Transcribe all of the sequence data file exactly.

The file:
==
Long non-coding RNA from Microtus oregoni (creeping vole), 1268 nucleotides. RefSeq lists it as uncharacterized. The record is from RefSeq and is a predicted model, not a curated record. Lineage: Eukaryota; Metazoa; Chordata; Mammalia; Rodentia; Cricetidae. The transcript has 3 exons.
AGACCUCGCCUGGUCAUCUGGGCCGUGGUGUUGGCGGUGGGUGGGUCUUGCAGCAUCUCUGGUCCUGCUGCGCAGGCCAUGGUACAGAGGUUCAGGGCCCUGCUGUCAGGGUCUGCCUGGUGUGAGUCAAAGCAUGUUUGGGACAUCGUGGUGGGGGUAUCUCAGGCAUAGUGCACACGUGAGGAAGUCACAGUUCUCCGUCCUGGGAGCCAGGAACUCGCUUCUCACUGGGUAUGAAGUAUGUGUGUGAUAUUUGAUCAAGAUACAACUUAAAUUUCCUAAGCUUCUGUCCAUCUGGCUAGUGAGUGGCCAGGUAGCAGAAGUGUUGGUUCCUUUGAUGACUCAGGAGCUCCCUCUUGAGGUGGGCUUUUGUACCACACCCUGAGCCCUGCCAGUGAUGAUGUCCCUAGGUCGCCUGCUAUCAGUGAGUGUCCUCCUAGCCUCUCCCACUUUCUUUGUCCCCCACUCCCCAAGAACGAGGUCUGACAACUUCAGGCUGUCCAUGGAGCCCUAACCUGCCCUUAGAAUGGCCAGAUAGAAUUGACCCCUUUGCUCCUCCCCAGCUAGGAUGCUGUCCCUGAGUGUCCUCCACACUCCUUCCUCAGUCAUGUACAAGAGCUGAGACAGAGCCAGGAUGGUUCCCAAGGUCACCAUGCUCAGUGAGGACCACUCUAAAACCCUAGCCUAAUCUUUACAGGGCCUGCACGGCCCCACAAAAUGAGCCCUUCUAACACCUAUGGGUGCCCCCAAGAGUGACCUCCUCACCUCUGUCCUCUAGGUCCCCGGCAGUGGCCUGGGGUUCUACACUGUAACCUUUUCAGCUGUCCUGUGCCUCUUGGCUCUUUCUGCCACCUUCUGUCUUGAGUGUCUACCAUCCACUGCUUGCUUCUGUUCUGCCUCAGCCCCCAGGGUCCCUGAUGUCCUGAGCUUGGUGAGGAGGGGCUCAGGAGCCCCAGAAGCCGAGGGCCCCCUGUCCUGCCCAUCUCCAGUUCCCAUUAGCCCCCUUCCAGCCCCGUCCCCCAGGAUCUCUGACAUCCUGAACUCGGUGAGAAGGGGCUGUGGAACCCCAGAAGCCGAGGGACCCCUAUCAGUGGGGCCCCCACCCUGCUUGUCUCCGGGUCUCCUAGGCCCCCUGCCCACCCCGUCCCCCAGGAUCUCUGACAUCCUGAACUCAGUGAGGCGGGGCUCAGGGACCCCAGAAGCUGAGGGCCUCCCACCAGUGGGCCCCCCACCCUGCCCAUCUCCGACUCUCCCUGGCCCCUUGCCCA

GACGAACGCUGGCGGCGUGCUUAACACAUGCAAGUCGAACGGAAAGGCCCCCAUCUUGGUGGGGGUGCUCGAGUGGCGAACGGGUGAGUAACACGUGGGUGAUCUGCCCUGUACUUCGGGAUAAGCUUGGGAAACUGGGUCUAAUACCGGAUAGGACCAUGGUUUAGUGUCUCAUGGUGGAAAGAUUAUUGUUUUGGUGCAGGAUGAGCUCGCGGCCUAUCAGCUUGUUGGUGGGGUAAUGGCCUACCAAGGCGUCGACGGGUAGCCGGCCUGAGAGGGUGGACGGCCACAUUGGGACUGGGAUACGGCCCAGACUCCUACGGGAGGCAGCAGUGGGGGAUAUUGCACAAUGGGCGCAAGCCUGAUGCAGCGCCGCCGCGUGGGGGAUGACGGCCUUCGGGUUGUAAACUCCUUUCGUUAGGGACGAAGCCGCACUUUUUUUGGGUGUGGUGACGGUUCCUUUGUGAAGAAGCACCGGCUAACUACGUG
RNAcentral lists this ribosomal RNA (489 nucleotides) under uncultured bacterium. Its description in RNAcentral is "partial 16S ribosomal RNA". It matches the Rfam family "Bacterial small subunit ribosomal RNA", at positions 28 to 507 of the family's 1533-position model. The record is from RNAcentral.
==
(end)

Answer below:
Long non-coding RNA from Microtus oregoni (creeping vole), 1268 nucleotides. RefSeq lists it as uncharacterized. The record is from RefSeq and is a predicted model, not a curated record. Lineage: Eukaryota; Metazoa; Chordata; Mammalia; Rodentia; Cricetidae. The transcript has 3 exons.
AGACCUCGCCUGGUCAUCUGGGCCGUGGUGUUGGCGGUGGGUGGGUCUUGCAGCAUCUCUGGUCCUGCUGCGCAGGCCAUGGUACAGAGGUUCAGGGCCCUGCUGUCAGGGUCUGCCUGGUGUGAGUCAAAGCAUGUUUGGGACAUCGUGGUGGGGGUAUCUCAGGCAUAGUGCACACGUGAGGAAGUCACAGUUCUCCGUCCUGGGAGCCAGGAACUCGCUUCUCACUGGGUAUGAAGUAUGUGUGUGAUAUUUGAUCAAGAUACAACUUAAAUUUCCUAAGCUUCUGUCCAUCUGGCUAGUGAGUGGCCAGGUAGCAGAAGUGUUGGUUCCUUUGAUGACUCAGGAGCUCCCUCUUGAGGUGGGCUUUUGUACCACACCCUGAGCCCUGCCAGUGAUGAUGUCCCUAGGUCGCCUGCUAUCAGUGAGUGUCCUCCUAGCCUCUCCCACUUUCUUUGUCCCCCACUCCCCAAGAACGAGGUCUGACAACUUCAGGCUGUCCAUGGAGCCCUAACCUGCCCUUAGAAUGGCCAGAUAGAAUUGACCCCUUUGCUCCUCCCCAGCUAGGAUGCUGUCCCUGAGUGUCCUCCACACUCCUUCCUCAGUCAUGUACAAGAGCUGAGACAGAGCCAGGAUGGUUCCCAAGGUCACCAUGCUCAGUGAGGACCACUCUAAAACCCUAGCCUAAUCUUUACAGGGCCUGCACGGCCCCACAAAAUGAGCCCUUCUAACACCUAUGGGUGCCCCCAAGAGUGACCUCCUCACCUCUGUCCUCUAGGUCCCCGGCAGUGGCCUGGGGUUCUACACUGUAACCUUUUCAGCUGUCCUGUGCCUCUUGGCUCUUUCUGCCACCUUCUGUCUUGAGUGUCUACCAUCCACUGCUUGCUUCUGUUCUGCCUCAGCCCCCAGGGUCCCUGAUGUCCUGAGCUUGGUGAGGAGGGGCUCAGGAGCCCCAGAAGCCGAGGGCCCCCUGUCCUGCCCAUCUCCAGUUCCCAUUAGCCCCCUUCCAGCCCCGUCCCCCAGGAUCUCUGACAUCCUGAACUCGGUGAGAAGGGGCUGUGGAACCCCAGAAGCCGAGGGACCCCUAUCAGUGGGGCCCCCACCCUGCUUGUCUCCGGGUCUCCUAGGCCCCCUGCCCACCCCGUCCCCCAGGAUCUCUGACAUCCUGAACUCAGUGAGGCGGGGCUCAGGGACCCCAGAAGCUGAGGGCCUCCCACCAGUGGGCCCCCCACCCUGCCCAUCUCCGACUCUCCCUGGCCCCUUGCCCA

GACGAACGCUGGCGGCGUGCUUAACACAUGCAAGUCGAACGGAAAGGCCCCCAUCUUGGUGGGGGUGCUCGAGUGGCGAACGGGUGAGUAACACGUGGGUGAUCUGCCCUGUACUUCGGGAUAAGCUUGGGAAACUGGGUCUAAUACCGGAUAGGACCAUGGUUUAGUGUCUCAUGGUGGAAAGAUUAUUGUUUUGGUGCAGGAUGAGCUCGCGGCCUAUCAGCUUGUUGGUGGGGUAAUGGCCUACCAAGGCGUCGACGGGUAGCCGGCCUGAGAGGGUGGACGGCCACAUUGGGACUGGGAUACGGCCCAGACUCCUACGGGAGGCAGCAGUGGGGGAUAUUGCACAAUGGGCGCAAGCCUGAUGCAGCGCCGCCGCGUGGGGGAUGACGGCCUUCGGGUUGUAAACUCCUUUCGUUAGGGACGAAGCCGCACUUUUUUUGGGUGUGGUGACGGUUCCUUUGUGAAGAAGCACCGGCUAACUACGUG
RNAcentral lists this ribosomal RNA (489 nucleotides) under uncultured bacterium. Its description in RNAcentral is "partial 16S ribosomal RNA". It matches the Rfam family "Bacterial small subunit ribosomal RNA", at positions 28 to 507 of the family's 1533-position model. The record is from RNAcentral.